author = "Butovich, {Igor A.}",
year = "2008",
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doi = "10.1167/iovs.08-1889",
language = "English (US)",
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pages = "3779--3789",
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TY - JOUR

T1 - On the lipid composition of human meibum and tears

T2 - Comparative analysis of nonpolar lipids

AU - Butovich, Igor A.

PY - 2008/9

Y1 - 2008/9

N2 - PURPOSE. To qualitatively compare the nonpolar lipids present in meibomian gland (MG) secretions (samples T1) with aqueous tears (AT) collected from the lower tear menisci of healthy, non-dry eye volunteers using either glass microcapillaries (samples T2) or Schirmer test strips (samples T3). METHODS. Samples T1 to T3 were analyzed with the use of high-pressure liquid chromatography/positive ion mode atmospheric pressure chemical ionization mass spectrometry. Where possible, the unknown lipids were compared with known standards. RESULTS. Samples T1 had the simplest lipid composition among all the tested specimens. Samples T2 and T3 were similar to each other but were noticeably different from samples T1. In addition to all the compounds detected in samples T1, lower molecular weight wax esters and other compounds were found in samples T2 and T3. No appreciable amounts of fatty acid amides (e.g., oleamide), ceramides, or monoacyl glycerols were routinely detected. The occasionally observed minor signals of oleamide (m/z 282) in samples T3 were attributed to the contamination of the samples with common plasticizers routinely found in plastic ware extractives and organic solvents. CONCLUSIONS. The MG is a prominent source of lipids for the tear film. However, it would have been a mistake to exclude from consideration other likely sources of lipids such as conjunctiva, cornea, and tears produced by the lacrimal glands. These data showed that lipids in AT are more complex than MG secretions, which necessitates more cautious interpretation of the functions of the latter in the tear film.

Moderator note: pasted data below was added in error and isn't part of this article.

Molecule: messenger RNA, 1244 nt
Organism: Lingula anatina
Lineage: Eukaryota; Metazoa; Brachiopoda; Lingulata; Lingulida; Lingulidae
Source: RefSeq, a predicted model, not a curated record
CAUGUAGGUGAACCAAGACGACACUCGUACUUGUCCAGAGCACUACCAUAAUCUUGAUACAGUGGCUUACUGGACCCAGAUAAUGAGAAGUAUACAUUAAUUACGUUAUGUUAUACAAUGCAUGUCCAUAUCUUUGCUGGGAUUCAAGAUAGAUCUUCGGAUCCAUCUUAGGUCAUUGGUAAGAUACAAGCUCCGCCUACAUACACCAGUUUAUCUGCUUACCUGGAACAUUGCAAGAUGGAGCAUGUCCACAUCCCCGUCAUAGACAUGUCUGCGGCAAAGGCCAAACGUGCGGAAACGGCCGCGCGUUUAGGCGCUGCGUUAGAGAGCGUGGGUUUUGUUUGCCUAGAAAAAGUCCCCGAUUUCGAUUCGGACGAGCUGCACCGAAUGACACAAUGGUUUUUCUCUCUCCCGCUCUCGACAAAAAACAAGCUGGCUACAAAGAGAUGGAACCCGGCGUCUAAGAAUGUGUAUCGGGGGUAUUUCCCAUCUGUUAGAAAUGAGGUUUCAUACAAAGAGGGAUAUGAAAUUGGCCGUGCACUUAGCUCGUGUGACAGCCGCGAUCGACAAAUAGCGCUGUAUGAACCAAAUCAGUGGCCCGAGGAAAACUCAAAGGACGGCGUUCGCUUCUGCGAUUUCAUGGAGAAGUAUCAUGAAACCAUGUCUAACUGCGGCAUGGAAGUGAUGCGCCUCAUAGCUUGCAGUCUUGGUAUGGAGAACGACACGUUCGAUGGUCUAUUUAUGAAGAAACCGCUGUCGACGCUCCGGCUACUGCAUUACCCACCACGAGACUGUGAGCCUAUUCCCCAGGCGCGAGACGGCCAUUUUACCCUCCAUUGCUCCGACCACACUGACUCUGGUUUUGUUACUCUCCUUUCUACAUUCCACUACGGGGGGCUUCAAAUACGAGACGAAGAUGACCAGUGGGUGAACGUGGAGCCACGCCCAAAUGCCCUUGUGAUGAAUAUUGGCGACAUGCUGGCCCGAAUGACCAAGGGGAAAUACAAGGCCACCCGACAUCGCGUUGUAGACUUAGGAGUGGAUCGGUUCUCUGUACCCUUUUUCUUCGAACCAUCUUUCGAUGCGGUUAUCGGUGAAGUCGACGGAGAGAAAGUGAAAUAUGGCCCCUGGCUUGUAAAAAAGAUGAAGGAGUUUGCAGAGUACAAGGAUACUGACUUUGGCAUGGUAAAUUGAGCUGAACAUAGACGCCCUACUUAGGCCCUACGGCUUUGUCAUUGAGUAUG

AB - PURPOSE. To qualitatively compare the nonpolar lipids present in meibomian gland (MG) secretions (samples T1) with aqueous tears (AT) collected from the lower tear menisci of healthy, non-dry eye volunteers using either glass microcapillaries (samples T2) or Schirmer test strips (samples T3). METHODS. Samples T1 to T3 were analyzed with the use of high-pressure liquid chromatography/positive ion mode atmospheric pressure chemical ionization mass spectrometry. Where possible, the unknown lipids were compared with known standards. RESULTS. Samples T1 had the simplest lipid composition among all the tested specimens. Samples T2 and T3 were similar to each other but were noticeably different from samples T1. In addition to all the compounds detected in samples T1, lower molecular weight wax esters and other compounds were found in samples T2 and T3. No appreciable amounts of fatty acid amides (e.g., oleamide), ceramides, or monoacyl glycerols were routinely detected. The occasionally observed minor signals of oleamide (m/z 282) in samples T3 were attributed to the contamination of the samples with common plasticizers routinely found in plastic ware extractives and organic solvents. CONCLUSIONS. The MG is a prominent source of lipids for the tear film. However, it would have been a mistake to exclude from consideration other likely sources of lipids such as conjunctiva, cornea, and tears produced by the lacrimal glands. These data showed that lipids in AT are more complex than MG secretions, which necessitates more cautious interpretation of the functions of the latter in the tear film.